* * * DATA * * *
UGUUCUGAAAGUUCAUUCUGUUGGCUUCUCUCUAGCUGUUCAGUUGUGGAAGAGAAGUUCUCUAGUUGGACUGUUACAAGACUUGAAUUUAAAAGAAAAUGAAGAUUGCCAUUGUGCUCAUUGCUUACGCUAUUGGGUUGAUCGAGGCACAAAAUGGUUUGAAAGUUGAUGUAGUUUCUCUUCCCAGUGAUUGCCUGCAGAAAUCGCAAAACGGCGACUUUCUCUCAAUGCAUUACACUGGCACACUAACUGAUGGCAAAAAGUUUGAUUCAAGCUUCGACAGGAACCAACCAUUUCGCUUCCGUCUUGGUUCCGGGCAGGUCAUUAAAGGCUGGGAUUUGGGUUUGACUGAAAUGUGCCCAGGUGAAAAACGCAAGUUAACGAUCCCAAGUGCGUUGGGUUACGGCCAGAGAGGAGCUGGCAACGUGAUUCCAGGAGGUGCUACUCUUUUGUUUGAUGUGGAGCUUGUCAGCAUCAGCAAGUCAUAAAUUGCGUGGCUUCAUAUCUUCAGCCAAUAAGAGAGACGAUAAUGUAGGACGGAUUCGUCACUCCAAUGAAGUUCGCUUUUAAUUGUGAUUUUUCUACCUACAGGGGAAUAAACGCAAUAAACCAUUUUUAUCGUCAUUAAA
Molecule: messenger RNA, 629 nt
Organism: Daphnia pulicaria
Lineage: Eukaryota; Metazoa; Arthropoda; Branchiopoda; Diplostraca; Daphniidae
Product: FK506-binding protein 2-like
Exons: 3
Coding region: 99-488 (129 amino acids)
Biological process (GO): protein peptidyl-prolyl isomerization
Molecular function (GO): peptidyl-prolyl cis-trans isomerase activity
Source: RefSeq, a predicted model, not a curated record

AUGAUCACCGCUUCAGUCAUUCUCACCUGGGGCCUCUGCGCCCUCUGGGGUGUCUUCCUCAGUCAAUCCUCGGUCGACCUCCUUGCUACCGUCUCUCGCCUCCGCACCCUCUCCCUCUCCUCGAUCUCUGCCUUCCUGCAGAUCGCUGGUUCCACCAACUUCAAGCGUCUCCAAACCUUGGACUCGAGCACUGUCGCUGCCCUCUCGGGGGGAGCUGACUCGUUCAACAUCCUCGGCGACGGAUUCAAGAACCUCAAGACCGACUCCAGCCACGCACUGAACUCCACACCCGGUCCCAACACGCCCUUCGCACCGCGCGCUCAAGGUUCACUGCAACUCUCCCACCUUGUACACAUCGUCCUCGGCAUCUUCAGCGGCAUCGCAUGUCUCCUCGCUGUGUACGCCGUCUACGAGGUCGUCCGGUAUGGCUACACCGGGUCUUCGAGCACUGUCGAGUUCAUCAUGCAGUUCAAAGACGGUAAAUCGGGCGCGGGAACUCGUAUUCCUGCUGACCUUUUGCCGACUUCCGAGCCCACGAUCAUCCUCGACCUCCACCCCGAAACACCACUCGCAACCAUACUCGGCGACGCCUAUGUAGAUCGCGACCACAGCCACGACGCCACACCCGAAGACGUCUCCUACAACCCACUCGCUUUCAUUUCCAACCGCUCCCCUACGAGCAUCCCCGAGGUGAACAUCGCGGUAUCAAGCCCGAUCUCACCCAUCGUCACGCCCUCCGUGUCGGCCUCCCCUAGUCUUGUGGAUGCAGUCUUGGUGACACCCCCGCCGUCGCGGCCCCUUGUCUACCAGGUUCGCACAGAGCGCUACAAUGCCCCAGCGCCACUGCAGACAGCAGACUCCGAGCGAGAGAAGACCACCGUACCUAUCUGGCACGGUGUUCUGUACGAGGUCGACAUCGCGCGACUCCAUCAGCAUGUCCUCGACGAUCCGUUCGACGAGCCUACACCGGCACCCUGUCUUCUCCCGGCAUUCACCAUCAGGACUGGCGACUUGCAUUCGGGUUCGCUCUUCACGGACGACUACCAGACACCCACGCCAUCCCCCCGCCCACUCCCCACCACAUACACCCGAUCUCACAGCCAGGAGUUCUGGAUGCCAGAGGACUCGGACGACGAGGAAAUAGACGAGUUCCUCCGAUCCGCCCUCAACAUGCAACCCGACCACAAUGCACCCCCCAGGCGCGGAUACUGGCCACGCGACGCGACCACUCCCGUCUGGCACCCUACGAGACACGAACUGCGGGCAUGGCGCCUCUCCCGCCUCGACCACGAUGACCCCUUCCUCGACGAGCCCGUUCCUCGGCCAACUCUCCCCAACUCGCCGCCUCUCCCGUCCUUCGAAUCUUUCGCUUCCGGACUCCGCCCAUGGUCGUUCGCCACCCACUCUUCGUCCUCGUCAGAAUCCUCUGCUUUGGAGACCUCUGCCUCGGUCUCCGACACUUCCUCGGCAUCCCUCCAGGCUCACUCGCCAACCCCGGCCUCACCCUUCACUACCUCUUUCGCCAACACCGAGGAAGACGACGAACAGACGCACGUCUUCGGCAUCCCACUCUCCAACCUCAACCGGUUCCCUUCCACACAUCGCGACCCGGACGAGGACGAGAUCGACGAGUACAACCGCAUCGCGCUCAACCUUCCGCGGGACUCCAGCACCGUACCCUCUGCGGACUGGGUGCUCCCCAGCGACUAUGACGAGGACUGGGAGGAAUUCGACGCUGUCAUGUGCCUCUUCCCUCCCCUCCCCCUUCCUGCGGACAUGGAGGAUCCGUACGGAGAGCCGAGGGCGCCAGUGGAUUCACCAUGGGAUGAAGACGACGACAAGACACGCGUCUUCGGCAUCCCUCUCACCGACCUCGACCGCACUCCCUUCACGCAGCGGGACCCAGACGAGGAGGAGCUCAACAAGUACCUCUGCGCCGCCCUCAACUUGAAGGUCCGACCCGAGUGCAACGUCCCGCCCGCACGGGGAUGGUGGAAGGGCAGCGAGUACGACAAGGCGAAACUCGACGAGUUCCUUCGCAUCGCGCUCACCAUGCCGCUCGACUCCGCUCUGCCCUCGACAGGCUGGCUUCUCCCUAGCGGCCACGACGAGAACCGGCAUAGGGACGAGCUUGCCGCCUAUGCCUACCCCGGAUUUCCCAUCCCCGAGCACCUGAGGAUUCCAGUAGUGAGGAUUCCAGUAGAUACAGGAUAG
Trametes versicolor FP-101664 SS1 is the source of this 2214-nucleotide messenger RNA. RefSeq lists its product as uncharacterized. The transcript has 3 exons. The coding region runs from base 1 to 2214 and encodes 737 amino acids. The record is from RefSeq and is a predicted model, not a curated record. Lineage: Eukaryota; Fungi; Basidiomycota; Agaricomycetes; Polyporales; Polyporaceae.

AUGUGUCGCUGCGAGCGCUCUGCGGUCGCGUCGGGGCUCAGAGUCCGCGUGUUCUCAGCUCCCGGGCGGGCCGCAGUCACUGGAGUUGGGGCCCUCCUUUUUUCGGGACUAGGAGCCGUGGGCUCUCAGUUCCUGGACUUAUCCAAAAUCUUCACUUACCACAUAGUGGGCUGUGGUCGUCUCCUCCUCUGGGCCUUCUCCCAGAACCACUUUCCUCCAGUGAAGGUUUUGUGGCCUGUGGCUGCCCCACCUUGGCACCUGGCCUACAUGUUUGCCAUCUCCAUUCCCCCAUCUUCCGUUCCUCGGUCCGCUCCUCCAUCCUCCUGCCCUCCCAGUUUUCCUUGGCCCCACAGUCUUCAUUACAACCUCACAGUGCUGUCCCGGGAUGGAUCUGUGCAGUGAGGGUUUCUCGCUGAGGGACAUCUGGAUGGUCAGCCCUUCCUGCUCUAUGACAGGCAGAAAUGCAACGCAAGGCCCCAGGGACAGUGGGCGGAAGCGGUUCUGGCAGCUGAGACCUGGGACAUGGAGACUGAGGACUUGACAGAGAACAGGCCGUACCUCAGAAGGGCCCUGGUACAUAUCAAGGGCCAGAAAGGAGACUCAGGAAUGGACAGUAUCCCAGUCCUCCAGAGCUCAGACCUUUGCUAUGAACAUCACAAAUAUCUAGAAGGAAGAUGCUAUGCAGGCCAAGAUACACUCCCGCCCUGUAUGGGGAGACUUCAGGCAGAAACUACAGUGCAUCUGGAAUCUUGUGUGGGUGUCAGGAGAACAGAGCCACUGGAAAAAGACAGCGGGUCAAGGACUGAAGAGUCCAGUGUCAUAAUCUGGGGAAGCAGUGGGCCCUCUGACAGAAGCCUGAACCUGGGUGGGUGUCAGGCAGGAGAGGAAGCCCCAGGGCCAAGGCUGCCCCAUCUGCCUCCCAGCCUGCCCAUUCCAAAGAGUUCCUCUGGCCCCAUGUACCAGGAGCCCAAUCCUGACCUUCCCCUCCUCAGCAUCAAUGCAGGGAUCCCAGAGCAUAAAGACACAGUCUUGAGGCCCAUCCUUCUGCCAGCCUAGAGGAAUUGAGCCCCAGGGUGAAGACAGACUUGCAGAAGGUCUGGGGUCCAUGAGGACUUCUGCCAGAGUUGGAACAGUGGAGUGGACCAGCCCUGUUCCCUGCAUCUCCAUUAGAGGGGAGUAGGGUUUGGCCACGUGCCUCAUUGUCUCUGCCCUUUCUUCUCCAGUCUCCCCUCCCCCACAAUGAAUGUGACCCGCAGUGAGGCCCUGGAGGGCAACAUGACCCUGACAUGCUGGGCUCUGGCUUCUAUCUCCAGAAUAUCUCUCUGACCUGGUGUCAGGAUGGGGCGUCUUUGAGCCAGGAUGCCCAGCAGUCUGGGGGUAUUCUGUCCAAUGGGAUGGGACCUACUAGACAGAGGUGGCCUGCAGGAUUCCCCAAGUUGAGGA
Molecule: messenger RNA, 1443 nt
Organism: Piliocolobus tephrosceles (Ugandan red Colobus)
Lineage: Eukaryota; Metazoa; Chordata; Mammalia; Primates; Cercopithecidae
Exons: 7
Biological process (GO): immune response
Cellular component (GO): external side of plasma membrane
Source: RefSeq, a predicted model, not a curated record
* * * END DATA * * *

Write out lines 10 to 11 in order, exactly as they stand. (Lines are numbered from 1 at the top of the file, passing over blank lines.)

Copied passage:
Source: RefSeq, a predicted model, not a curated record

AUGAUCACCGCUUCAGUCAUUCUCACCUGGGGCCUCUGCGCCCUCUGGGGUGUCUUCCUCAGUCAAUCCUCGGUCGACCUCCUUGCUACCGUCUCUCGCCUCCGCACCCUCUCCCUCUCCUCGAUCUCUGCCUUCCUGCAGAUCGCUGGUUCCACCAACUUCAAGCGUCUCCAAACCUUGGACUCGAGCACUGUCGCUGCCCUCUCGGGGGGAGCUGACUCGUUCAACAUCCUCGGCGACGGAUUCAAGAACCUCAAGACCGACUCCAGCCACGCACUGAACUCCACACCCGGUCCCAACACGCCCUUCGCACCGCGCGCUCAAGGUUCACUGCAACUCUCCCACCUUGUACACAUCGUCCUCGGCAUCUUCAGCGGCAUCGCAUGUCUCCUCGCUGUGUACGCCGUCUACGAGGUCGUCCGGUAUGGCUACACCGGGUCUUCGAGCACUGUCGAGUUCAUCAUGCAGUUCAAAGACGGUAAAUCGGGCGCGGGAACUCGUAUUCCUGCUGACCUUUUGCCGACUUCCGAGCCCACGAUCAUCCUCGACCUCCACCCCGAAACACCACUCGCAACCAUACUCGGCGACGCCUAUGUAGAUCGCGACCACAGCCACGACGCCACACCCGAAGACGUCUCCUACAACCCACUCGCUUUCAUUUCCAACCGCUCCCCUACGAGCAUCCCCGAGGUGAACAUCGCGGUAUCAAGCCCGAUCUCACCCAUCGUCACGCCCUCCGUGUCGGCCUCCCCUAGUCUUGUGGAUGCAGUCUUGGUGACACCCCCGCCGUCGCGGCCCCUUGUCUACCAGGUUCGCACAGAGCGCUACAAUGCCCCAGCGCCACUGCAGACAGCAGACUCCGAGCGAGAGAAGACCACCGUACCUAUCUGGCACGGUGUUCUGUACGAGGUCGACAUCGCGCGACUCCAUCAGCAUGUCCUCGACGAUCCGUUCGACGAGCCUACACCGGCACCCUGUCUUCUCCCGGCAUUCACCAUCAGGACUGGCGACUUGCAUUCGGGUUCGCUCUUCACGGACGACUACCAGACACCCACGCCAUCCCCCCGCCCACUCCCCACCACAUACACCCGAUCUCACAGCCAGGAGUUCUGGAUGCCAGAGGACUCGGACGACGAGGAAAUAGACGAGUUCCUCCGAUCCGCCCUCAACAUGCAACCCGACCACAAUGCACCCCCCAGGCGCGGAUACUGGCCACGCGACGCGACCACUCCCGUCUGGCACCCUACGAGACACGAACUGCGGGCAUGGCGCCUCUCCCGCCUCGACCACGAUGACCCCUUCCUCGACGAGCCCGUUCCUCGGCCAACUCUCCCCAACUCGCCGCCUCUCCCGUCCUUCGAAUCUUUCGCUUCCGGACUCCGCCCAUGGUCGUUCGCCACCCACUCUUCGUCCUCGUCAGAAUCCUCUGCUUUGGAGACCUCUGCCUCGGUCUCCGACACUUCCUCGGCAUCCCUCCAGGCUCACUCGCCAACCCCGGCCUCACCCUUCACUACCUCUUUCGCCAACACCGAGGAAGACGACGAACAGACGCACGUCUUCGGCAUCCCACUCUCCAACCUCAACCGGUUCCCUUCCACACAUCGCGACCCGGACGAGGACGAGAUCGACGAGUACAACCGCAUCGCGCUCAACCUUCCGCGGGACUCCAGCACCGUACCCUCUGCGGACUGGGUGCUCCCCAGCGACUAUGACGAGGACUGGGAGGAAUUCGACGCUGUCAUGUGCCUCUUCCCUCCCCUCCCCCUUCCUGCGGACAUGGAGGAUCCGUACGGAGAGCCGAGGGCGCCAGUGGAUUCACCAUGGGAUGAAGACGACGACAAGACACGCGUCUUCGGCAUCCCUCUCACCGACCUCGACCGCACUCCCUUCACGCAGCGGGACCCAGACGAGGAGGAGCUCAACAAGUACCUCUGCGCCGCCCUCAACUUGAAGGUCCGACCCGAGUGCAACGUCCCGCCCGCACGGGGAUGGUGGAAGGGCAGCGAGUACGACAAGGCGAAACUCGACGAGUUCCUUCGCAUCGCGCUCACCAUGCCGCUCGACUCCGCUCUGCCCUCGACAGGCUGGCUUCUCCCUAGCGGCCACGACGAGAACCGGCAUAGGGACGAGCUUGCCGCCUAUGCCUACCCCGGAUUUCCCAUCCCCGAGCACCUGAGGAUUCCAGUAGUGAGGAUUCCAGUAGAUACAGGAUAG